Translational Behavioral Medicine

, Volume 1, Issue 4, pp 523–529 | Cite as

Weight loss—there is an app for that! But does it adhere to evidence-informed practices?

  • Emily R Breton
  • Bernard F FuemmelerEmail author
  • Lorien C Abroms


Little is known about how much smartphone apps for weight control adhere to evidence-informed practices. The aim of this study was to review and summarize the content of available weight control apps. Information on content, user rating, and price was extracted from iTunes on September 25, 2009. Apps (n = 204) were coded for adherence to 13 evidence-informed practices for weight control. Latent class analysis was used to identify subgroups of apps based on endorsement practices. Only a small percentage of apps had five or more of the 13 practices (15%). Latent class analysis revealed three main types of apps: diet, physical activity, and weight journals (19%); dietary advice and journals (34%); and weight trackers (46%). User ratings were not associated with apps from these three classes. Many apps have insufficient evidence-informed content. Research is needed that seeks to develop, improve, and evaluate these apps.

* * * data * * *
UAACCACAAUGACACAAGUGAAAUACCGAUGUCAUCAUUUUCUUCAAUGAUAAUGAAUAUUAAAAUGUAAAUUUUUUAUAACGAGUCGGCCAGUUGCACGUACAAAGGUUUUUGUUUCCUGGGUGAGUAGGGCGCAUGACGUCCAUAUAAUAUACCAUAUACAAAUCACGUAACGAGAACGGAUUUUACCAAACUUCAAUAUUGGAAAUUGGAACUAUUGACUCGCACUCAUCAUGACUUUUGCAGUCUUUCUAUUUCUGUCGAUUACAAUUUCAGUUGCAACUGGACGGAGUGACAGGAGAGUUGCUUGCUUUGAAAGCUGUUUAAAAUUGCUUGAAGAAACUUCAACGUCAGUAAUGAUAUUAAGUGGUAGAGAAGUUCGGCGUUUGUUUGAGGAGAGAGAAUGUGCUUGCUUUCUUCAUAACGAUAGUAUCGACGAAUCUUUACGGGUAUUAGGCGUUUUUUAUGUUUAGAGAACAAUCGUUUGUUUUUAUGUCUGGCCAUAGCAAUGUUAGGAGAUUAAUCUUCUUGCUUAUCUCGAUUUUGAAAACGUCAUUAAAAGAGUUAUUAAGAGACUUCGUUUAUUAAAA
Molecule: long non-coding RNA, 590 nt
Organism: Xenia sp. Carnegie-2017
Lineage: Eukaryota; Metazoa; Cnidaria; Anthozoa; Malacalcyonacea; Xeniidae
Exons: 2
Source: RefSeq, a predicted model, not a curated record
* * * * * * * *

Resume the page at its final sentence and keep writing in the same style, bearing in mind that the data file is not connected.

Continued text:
mHealth Weight loss Smartphones Apps 



Support to complete analyses and prepare this article was funded in part by grant K07CA124905 awarded to Dr. Bernard F. Fuemmeler.

Supplementary material

13142_2011_76_MOESM1_ESM.xlsx (49 kb)
ESM 1 (XLSX 49 kb)


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Copyright information

© Society of Behavioral Medicine 2011

Authors and Affiliations

  • Emily R Breton
    • 1
  • Bernard F Fuemmeler
    • 2
    Email author
  • Lorien C Abroms
    • 1
  1. 1.The George Washington University School of Public Health and Health ServicesWashingtonUSA
  2. 2.Department of Community and Family Medicine and Psychology and NeuroscienceDuke University Medical CenterDurhamUSA

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